A former Bay of Plenty GP, who now works in Kerikeri, has been recognised for more than 30 years of dedication to rural health and his commitment to advancing Māori health outcomes.
Dr Grahame Jelley was named as the 2021 recipient of the Peter Snow Memorial Award at the National Rural Health Conference in Taupō last week.
The award acknowledges an individual for their outstanding contribution to rural health either in service, innovation or health research.
"Grahame's dedication to rural practices and his commitment and support to advancing and enabling Māori health outcomes are what make him a very deserving recipient of the 2021 Peter Snow Memorial Award," the NZ Rural General Practice Network said in a statement.
New Zealand Rural General Practice Network board chairwoman Dr Fiona Bolden said: "I've worked with Grahame during my career as a GP and from my experience, he is an incredibly kind and genuine person and is very deserving of this award."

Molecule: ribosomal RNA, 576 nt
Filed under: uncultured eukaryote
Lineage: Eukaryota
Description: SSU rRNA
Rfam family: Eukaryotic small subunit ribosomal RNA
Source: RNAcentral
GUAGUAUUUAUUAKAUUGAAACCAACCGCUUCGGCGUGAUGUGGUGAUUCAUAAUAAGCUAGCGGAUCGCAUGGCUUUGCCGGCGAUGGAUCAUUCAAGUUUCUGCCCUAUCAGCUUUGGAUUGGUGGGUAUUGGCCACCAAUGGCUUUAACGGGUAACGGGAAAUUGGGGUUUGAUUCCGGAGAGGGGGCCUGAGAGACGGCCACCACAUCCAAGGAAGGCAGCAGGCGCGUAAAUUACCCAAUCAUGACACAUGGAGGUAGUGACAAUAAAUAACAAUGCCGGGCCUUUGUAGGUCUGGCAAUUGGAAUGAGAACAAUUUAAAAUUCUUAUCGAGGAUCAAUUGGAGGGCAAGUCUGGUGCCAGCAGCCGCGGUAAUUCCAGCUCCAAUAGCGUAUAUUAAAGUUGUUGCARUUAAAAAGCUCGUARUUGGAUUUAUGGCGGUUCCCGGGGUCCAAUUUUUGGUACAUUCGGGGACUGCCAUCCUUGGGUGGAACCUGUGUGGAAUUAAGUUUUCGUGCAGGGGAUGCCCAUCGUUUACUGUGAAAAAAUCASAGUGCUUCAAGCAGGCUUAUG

After completing training at the University of Cape Town in South Africa in 1983, Jelley worked in the mission hospital service, regional rural hospital service and in solo general practice in Zimbabwe.
Jelley then moved to New Zealand in 2000 and began working as a GP at Buller Hospital in 2004.
He then moved to the Bay of Plenty where he spent 12 years working as a GP in Ōhope and Whakatāne.
Jelley had been actively involved with the Eastern Bay of Plenty PHO and Primary Health Alliance and worked as a clinical advisor to planning and funding at Bay of Plenty DHB.
He had also spent some time working as a volunteer GP in the Cook Islands at Aitutaki Base Hospital.
Now based in Kerikeri, Jelley splits his time between general practice and clinical leadership with Te Tai Tokerau PHO.
During his career, Jelley had been an active supporter and mentor for aspiring Nurse Practitioners in the Bay of Plenty and Te Tai Tokerau.
He worked closely with the late Janet Mahoney, who was the first Māori Nurse Practitioner. Along with rural health, Jelley had a special interest in te ao Māori.
The Peter Snow Memorial Award was set up to honour the life and work of Dr Peter Snow who died in March 2006.
Snow was a rural general practitioner based in Tapanui.
His work contributed to the identification of chronic fatigue syndrome and he was influential in raising safety awareness on issues related to farming accidents.